After assembly of the saw blade, washer and nut onto the shaft, the saw blade may still be quite loose. As power is applied the shaft will rotate the nut, driven by its positive location on/in the shaft undercut. Because of inertia the cams slide, and thrust the washer hard onto the blade. Rubbing occurs between the smooth face of the washer and the blade, and friction rapidly rises. As friction rises, a drag results that causes the washer to slip further against the quick release nut, and the cam action of the ramps forces the washer ever harder against the blade, thus increasing friction until all slip is eliminated. The copper-carrying nut ensures the cam faces will slide freely one against the other despite the presence of a friction-enhancing chemical. As cutting commences some further slip might occur, and this will cause a yet further adjustment of the cams, thus increasing pressure and friction until slip is eliminated.

Upon switching off the drive motor the motor usually stops rapidly, perhaps because it has less inertia or greater braking than the blade. Thus, the motor tries to stop before the blade, and the continuing motion of the blade drives the cams in reverse, and so relaxes pressure and the friction grip of the washer on the blade. Optionally, this automatic action will relieve the tightness to a point where the nut can generally be undone and removed by hand.

In practice it may be beneficial to treat the saw blade (111) in the areas where it contacts the drive washers both front and rear with a friction-enhancing treatment. This has the additional benefit of removing contaminants and rust, or rust inhibitor from the blade. Good frictional contact between metals is always dependant on the metals being clean.

FIGS. 7C,D show an alternative arrangement that utilises a similar principle and is designed for use with most existing portable rotary saw tools where the blade is retained with a single bolt at its centre threaded into the end of the drive shaft. Usually the hole at the centre of the saw blade is round, and the blade locates and centres on a smooth section of the motor shaft, supported front and back by substantial washers gripped by the single bolt.

The common designs depend on dry friction to couple the drive torque from the shaft to the saw blade. As a result, the single bolt needs to be secured very tightly, and thus is often extremely difficult to loosen, which makes changing wheels difficult. In some more expensive designs either eccentric holes or patterned holes are made in the saw blade that positively locate onto the drive shaft. Saw blades designed for cutting metals often have a round centre hole for location and four smaller planetary holes that locate onto drive pins.

As can be seen from FIG. 7C, the blade (120) has a round centre hole (121). A cam washer (123) has a flat rear side that is placed against the smooth blade surface to form the friction-coupling area. The washer is hard steel, conveniently sintered to leave some porosity into which the friction-enhancing chemical is impregnated (the sintered steel should contain no more than 1% copper, or more preferably should use a nickel alloying agent). On the front (the side visible in FIG. 7C) there are four shallow ramps or cams. These mesh with four identical cams (127: these cannot been seen in the view) on the reverse side of the hand wheel knob (124). These cams should be of hard brass, bronze or sintered steel with at least 5% copper, to ensure they slide freely. The hand screw shaft has a precisely-machined parallel land (126) adjacent to the head and before the threaded section, and this locates into the centre bore of the saw blade to hold it on centre. The screw thread passes through the assembly to engage in a threaded recess at the end of the tool drive shaft (not shown).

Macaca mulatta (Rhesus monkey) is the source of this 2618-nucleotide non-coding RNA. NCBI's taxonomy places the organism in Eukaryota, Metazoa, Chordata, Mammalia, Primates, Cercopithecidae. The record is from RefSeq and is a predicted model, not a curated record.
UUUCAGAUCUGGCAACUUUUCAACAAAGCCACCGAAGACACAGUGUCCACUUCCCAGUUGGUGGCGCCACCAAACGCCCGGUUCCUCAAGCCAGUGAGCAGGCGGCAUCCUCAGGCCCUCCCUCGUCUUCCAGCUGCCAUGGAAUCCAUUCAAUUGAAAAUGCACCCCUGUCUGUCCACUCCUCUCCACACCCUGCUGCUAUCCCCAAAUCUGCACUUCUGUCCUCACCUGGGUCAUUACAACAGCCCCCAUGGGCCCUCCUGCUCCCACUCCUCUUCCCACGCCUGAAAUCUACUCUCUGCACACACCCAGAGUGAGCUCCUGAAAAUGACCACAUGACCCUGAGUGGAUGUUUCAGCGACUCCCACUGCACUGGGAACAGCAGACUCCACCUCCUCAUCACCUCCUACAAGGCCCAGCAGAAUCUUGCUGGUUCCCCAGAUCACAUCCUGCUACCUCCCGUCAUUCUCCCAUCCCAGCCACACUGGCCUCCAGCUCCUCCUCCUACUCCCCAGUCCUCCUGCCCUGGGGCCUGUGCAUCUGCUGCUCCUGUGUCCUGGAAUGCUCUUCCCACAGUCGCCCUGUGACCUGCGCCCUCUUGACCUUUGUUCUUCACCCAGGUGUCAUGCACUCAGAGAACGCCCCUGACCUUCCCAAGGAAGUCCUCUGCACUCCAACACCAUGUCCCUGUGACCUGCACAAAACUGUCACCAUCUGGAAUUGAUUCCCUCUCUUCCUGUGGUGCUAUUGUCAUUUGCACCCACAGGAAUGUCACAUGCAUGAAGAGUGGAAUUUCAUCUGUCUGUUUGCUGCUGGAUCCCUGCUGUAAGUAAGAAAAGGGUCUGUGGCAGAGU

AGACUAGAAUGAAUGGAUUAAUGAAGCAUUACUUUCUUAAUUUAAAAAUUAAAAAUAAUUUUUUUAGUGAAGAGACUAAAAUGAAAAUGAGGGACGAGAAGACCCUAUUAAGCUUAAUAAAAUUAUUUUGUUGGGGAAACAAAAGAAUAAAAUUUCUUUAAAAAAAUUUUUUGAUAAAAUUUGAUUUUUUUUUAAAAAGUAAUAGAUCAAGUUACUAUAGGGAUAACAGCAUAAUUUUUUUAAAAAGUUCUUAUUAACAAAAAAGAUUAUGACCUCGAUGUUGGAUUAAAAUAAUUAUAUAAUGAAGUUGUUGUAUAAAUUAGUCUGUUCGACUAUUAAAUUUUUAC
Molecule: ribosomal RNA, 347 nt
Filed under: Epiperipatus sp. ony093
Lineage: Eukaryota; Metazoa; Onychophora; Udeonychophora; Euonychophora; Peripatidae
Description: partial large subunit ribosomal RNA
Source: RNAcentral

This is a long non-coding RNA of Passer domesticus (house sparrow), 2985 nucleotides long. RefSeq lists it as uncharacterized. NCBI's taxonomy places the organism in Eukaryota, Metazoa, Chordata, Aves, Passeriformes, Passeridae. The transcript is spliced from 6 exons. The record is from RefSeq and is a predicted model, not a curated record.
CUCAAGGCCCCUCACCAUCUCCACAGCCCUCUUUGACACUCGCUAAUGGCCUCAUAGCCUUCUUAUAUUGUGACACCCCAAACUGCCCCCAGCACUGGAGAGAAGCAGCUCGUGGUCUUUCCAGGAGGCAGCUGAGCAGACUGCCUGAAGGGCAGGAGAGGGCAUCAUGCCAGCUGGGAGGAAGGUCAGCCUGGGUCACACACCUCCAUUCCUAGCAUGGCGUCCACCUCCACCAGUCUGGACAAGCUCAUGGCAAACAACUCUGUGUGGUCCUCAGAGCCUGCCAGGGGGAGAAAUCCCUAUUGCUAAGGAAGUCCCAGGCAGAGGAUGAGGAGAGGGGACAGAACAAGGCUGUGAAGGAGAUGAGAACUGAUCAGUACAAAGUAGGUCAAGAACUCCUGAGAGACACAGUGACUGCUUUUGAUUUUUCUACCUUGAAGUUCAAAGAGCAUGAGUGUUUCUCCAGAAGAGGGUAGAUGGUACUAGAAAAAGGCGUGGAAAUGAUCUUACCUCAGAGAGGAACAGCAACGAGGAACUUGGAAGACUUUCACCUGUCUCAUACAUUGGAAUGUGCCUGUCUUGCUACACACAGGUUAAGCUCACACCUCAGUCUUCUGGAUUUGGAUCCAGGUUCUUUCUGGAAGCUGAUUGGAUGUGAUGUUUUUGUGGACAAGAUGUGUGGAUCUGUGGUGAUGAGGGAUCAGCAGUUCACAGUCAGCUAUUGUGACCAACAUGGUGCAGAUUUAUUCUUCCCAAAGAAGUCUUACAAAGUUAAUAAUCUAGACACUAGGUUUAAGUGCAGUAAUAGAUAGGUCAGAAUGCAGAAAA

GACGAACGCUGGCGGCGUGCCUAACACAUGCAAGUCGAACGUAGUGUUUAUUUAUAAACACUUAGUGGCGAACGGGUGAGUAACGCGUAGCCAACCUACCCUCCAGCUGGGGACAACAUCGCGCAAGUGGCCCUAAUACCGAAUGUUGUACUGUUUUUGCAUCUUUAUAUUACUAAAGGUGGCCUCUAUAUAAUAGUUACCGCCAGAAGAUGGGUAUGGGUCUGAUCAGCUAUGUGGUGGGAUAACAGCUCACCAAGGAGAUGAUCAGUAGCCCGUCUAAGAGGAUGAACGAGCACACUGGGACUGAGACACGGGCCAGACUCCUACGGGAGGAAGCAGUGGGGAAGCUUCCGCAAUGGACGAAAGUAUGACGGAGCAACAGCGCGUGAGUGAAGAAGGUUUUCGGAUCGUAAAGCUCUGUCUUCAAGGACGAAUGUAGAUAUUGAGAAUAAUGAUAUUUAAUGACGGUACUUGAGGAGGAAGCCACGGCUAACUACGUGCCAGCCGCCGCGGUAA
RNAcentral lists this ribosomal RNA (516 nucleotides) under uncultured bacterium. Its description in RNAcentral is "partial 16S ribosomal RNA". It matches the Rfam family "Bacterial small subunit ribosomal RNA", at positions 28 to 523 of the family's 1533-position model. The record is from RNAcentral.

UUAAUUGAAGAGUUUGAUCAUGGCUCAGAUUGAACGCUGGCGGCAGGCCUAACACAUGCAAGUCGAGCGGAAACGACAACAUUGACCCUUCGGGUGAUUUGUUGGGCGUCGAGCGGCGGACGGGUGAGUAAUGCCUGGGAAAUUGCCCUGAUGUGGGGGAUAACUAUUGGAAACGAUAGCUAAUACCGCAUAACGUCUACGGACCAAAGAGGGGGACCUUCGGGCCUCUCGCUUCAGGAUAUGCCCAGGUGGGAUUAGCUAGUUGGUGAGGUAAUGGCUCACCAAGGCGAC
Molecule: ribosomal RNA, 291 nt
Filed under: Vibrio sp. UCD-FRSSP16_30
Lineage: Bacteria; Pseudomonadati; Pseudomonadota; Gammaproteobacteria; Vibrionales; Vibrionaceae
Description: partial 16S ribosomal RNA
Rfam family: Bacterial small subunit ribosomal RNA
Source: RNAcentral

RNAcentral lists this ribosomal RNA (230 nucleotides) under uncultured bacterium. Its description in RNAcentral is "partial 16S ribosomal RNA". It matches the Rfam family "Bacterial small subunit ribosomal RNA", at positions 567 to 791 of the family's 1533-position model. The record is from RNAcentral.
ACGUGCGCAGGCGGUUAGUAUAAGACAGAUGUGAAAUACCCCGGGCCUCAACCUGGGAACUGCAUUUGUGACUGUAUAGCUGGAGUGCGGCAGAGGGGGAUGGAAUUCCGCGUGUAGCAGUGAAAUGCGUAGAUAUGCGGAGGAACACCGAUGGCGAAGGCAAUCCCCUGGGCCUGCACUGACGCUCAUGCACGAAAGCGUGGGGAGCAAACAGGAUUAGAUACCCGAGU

The assembly is tightened as firmly as possible by hand—FIG. 7D shows the hand screw tightened down—after which the blade will still be relatively loose. Upon applying power the motor snatches, and the shaft turns but the blade drags. The cam action is operated when the blade slips relative the knob that is coupled to the motor. The cams press the washer tightly onto the blade to increase friction and eliminate slip. Any slip that occurs during subsequent cutting causes the cam action to apply ever greater force onto the blade to eliminate the slip. Upon switching off, the motor will stop rapidly while the inertia in the blade tries to keep it turning. Thus, the cam action of the washer reverses and relaxes the grip on the saw blade somewhat, so that freeing and removing the hand knob can usually be done by hand and without the need to use a spanner.

If desired the cam washer can be permanently attached to the knob by means of a captive moulding. This has the advantage of creating a dust screen for the critical cam faces. For satisfactory operation it is important that the friction surfaces are maintained clean and free of oil and corrosion. It is beneficial to treat the area of the blade under the friction washer with a friction-enhancing chemical.

The same principles apply to attaching other disc or wheel tools such as flap and buffing wheels, wire brushes, grinding wheels, especially those using a steel former, and angle grinder discs.

Referenced by
Citing PatentFiling datePublication dateApplicantTitle
US7854257 *Feb 15, 2007Dec 21, 2010Baker Hughes IncorporatedMechanically coupled screen and method
US7878075May 16, 2008Feb 1, 2011University Of Southern CaliforniaBiomimetic tactile sensor for control of grip
US8205633 *Oct 31, 2008Jun 26, 2012Fisher Controls International, LlcCollets for use with valves
US8408837Oct 31, 2008Apr 2, 2013Fisher Controls International, LlcCollets for use with valves
US8544373Nov 10, 2008Oct 1, 2013Simonds International CorporationSpline arbor guided saw blade
WO2009124209A1 *Apr 2, 2009Oct 8, 2009University Of Southern CaliforniaRobust measurement of sliding friction-induced vibrations for biomimetic tactile sensing
Classifications
U.S. Classification279/71
International ClassificationB25B13/46, B25B13/44, B23B31/171, B25B23/00, B23B31/22, B25B9/00, B23B31/16
Cooperative ClassificationB25B9/00, B25B23/0035, B25B13/462, B25B13/44, B25B13/461, B23B31/223, B25B23/0042, B23B31/1612
European ClassificationB25B13/46B1, B23B31/16F, B25B23/00A4, B25B9/00, B25B13/44, B25B13/46B, B25B23/00A5, B23B31/22C